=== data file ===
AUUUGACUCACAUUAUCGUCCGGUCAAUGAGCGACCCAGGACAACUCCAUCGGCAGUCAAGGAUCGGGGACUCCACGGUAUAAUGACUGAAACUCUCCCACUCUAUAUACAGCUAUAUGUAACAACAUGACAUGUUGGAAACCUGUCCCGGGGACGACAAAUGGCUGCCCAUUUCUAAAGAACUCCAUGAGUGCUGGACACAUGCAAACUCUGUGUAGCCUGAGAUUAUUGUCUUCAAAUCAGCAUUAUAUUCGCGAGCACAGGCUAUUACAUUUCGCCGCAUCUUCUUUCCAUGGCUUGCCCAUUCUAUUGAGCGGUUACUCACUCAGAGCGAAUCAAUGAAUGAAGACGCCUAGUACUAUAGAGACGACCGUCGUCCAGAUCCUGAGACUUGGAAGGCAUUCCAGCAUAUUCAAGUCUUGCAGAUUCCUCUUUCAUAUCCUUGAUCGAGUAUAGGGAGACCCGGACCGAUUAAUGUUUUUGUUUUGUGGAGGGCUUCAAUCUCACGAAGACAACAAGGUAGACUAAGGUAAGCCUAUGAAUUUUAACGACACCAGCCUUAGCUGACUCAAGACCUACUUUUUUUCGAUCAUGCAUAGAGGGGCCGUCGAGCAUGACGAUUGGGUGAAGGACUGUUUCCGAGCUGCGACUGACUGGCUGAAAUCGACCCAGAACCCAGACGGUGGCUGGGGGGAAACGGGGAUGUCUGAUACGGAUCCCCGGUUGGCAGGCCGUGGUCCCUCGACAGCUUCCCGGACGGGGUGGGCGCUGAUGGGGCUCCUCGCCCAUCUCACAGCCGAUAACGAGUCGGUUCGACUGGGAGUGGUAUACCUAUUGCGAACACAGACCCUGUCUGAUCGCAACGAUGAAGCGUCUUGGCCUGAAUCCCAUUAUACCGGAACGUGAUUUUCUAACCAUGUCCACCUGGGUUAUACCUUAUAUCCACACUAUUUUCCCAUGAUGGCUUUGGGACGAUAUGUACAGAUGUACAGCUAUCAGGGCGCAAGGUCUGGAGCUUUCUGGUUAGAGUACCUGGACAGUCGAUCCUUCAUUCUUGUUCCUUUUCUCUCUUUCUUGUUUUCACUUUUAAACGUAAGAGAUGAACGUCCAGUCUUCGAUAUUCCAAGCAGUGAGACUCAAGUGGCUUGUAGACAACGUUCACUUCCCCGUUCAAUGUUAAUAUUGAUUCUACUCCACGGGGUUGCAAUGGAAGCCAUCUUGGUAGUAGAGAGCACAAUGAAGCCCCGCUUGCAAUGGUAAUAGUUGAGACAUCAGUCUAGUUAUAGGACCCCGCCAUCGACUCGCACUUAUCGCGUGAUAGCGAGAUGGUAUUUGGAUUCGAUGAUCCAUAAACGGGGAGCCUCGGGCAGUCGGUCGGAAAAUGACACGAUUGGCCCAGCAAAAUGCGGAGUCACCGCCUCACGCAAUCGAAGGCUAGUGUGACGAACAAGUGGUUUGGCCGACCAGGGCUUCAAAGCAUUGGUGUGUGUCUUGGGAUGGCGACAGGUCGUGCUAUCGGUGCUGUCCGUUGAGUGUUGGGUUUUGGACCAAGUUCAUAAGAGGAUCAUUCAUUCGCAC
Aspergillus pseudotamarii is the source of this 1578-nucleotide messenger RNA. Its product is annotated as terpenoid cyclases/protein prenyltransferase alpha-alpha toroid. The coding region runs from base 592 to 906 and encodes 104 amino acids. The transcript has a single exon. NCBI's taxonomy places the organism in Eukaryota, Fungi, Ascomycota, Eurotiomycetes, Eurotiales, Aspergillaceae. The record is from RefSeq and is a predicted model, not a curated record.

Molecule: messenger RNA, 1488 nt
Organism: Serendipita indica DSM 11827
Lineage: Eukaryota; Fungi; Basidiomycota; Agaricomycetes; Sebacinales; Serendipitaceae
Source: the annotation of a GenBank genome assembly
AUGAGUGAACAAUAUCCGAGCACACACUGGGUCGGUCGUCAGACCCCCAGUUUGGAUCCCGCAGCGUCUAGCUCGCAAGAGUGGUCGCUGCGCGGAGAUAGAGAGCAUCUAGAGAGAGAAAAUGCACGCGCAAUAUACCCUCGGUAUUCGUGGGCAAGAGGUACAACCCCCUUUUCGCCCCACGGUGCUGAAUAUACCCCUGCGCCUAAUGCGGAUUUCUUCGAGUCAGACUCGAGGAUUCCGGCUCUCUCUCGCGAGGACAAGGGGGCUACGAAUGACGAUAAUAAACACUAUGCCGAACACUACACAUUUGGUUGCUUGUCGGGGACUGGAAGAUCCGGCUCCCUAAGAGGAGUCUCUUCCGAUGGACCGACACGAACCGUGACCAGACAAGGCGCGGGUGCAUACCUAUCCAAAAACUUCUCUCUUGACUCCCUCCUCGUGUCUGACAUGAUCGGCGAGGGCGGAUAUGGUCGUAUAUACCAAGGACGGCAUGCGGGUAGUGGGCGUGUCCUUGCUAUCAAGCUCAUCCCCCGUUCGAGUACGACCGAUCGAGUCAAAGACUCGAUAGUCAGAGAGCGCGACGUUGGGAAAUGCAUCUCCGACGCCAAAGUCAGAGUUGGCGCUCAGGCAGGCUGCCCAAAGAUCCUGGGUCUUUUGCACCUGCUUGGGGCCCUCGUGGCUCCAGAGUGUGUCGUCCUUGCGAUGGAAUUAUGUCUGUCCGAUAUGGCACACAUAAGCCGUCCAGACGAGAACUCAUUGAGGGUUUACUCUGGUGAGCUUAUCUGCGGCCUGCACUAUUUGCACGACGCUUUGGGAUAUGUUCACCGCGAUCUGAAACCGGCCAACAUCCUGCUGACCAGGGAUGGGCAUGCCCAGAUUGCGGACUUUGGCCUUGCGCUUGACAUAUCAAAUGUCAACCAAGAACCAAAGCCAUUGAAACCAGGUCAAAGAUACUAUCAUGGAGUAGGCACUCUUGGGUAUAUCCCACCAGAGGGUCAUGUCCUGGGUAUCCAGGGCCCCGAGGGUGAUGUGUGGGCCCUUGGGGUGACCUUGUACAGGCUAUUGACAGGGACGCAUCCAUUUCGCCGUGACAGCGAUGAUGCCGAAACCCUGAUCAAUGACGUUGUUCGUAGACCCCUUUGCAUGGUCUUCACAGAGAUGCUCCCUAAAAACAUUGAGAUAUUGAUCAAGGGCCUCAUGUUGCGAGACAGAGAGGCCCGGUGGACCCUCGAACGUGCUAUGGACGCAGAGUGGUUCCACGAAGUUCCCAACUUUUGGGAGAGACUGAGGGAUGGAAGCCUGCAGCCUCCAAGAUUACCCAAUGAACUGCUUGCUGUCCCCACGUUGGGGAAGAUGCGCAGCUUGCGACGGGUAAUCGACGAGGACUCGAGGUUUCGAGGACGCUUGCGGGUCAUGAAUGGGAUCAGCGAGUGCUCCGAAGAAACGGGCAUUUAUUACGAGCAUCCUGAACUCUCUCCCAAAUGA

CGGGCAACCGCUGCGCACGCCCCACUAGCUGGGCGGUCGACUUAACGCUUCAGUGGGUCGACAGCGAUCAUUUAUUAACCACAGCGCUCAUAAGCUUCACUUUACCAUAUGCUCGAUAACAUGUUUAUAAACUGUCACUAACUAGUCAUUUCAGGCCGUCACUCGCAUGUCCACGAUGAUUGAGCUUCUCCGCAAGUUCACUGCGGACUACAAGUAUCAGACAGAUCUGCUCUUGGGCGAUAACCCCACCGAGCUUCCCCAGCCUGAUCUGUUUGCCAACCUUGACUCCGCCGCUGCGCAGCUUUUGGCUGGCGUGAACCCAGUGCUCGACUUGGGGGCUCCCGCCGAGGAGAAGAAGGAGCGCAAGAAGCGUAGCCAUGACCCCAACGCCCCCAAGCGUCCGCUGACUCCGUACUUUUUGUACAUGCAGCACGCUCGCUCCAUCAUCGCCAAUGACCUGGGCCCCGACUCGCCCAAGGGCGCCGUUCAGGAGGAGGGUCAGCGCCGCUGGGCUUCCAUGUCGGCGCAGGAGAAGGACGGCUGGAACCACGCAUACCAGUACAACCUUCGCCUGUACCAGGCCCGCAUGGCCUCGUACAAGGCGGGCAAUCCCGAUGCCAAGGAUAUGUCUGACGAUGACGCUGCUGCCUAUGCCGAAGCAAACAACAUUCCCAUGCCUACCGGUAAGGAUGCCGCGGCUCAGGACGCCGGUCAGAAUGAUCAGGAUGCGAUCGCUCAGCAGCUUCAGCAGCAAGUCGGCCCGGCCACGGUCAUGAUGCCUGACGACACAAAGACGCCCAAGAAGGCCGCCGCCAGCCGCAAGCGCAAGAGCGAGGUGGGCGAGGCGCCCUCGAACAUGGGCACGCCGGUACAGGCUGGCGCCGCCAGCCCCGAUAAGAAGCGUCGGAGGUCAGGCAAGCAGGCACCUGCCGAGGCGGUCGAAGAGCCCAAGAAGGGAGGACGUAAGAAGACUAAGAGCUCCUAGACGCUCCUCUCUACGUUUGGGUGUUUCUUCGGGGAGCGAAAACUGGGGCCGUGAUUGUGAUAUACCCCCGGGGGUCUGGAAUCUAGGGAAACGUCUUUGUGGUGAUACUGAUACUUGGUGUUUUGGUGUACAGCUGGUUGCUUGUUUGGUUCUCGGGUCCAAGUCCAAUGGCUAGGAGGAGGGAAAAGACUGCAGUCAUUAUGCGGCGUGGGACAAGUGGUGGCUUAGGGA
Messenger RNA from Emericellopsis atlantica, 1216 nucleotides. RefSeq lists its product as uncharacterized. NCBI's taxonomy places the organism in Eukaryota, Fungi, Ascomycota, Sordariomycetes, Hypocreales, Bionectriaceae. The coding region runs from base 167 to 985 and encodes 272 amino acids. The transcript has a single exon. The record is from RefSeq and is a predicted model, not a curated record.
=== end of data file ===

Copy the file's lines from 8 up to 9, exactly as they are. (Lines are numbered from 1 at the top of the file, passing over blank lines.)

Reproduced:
CGGGCAACCGCUGCGCACGCCCCACUAGCUGGGCGGUCGACUUAACGCUUCAGUGGGUCGACAGCGAUCAUUUAUUAACCACAGCGCUCAUAAGCUUCACUUUACCAUAUGCUCGAUAACAUGUUUAUAAACUGUCACUAACUAGUCAUUUCAGGCCGUCACUCGCAUGUCCACGAUGAUUGAGCUUCUCCGCAAGUUCACUGCGGACUACAAGUAUCAGACAGAUCUGCUCUUGGGCGAUAACCCCACCGAGCUUCCCCAGCCUGAUCUGUUUGCCAACCUUGACUCCGCCGCUGCGCAGCUUUUGGCUGGCGUGAACCCAGUGCUCGACUUGGGGGCUCCCGCCGAGGAGAAGAAGGAGCGCAAGAAGCGUAGCCAUGACCCCAACGCCCCCAAGCGUCCGCUGACUCCGUACUUUUUGUACAUGCAGCACGCUCGCUCCAUCAUCGCCAAUGACCUGGGCCCCGACUCGCCCAAGGGCGCCGUUCAGGAGGAGGGUCAGCGCCGCUGGGCUUCCAUGUCGGCGCAGGAGAAGGACGGCUGGAACCACGCAUACCAGUACAACCUUCGCCUGUACCAGGCCCGCAUGGCCUCGUACAAGGCGGGCAAUCCCGAUGCCAAGGAUAUGUCUGACGAUGACGCUGCUGCCUAUGCCGAAGCAAACAACAUUCCCAUGCCUACCGGUAAGGAUGCCGCGGCUCAGGACGCCGGUCAGAAUGAUCAGGAUGCGAUCGCUCAGCAGCUUCAGCAGCAAGUCGGCCCGGCCACGGUCAUGAUGCCUGACGACACAAAGACGCCCAAGAAGGCCGCCGCCAGCCGCAAGCGCAAGAGCGAGGUGGGCGAGGCGCCCUCGAACAUGGGCACGCCGGUACAGGCUGGCGCCGCCAGCCCCGAUAAGAAGCGUCGGAGGUCAGGCAAGCAGGCACCUGCCGAGGCGGUCGAAGAGCCCAAGAAGGGAGGACGUAAGAAGACUAAGAGCUCCUAGACGCUCCUCUCUACGUUUGGGUGUUUCUUCGGGGAGCGAAAACUGGGGCCGUGAUUGUGAUAUACCCCCGGGGGUCUGGAAUCUAGGGAAACGUCUUUGUGGUGAUACUGAUACUUGGUGUUUUGGUGUACAGCUGGUUGCUUGUUUGGUUCUCGGGUCCAAGUCCAAUGGCUAGGAGGAGGGAAAAGACUGCAGUCAUUAUGCGGCGUGGGACAAGUGGUGGCUUAGGGA
Messenger RNA from Emericellopsis atlantica, 1216 nucleotides. RefSeq lists its product as uncharacterized. NCBI's taxonomy places the organism in Eukaryota, Fungi, Ascomycota, Sordariomycetes, Hypocreales, Bionectriaceae. The coding region runs from base 167 to 985 and encodes 272 amino acids. The transcript has a single exon. The record is from RefSeq and is a predicted model, not a curated record.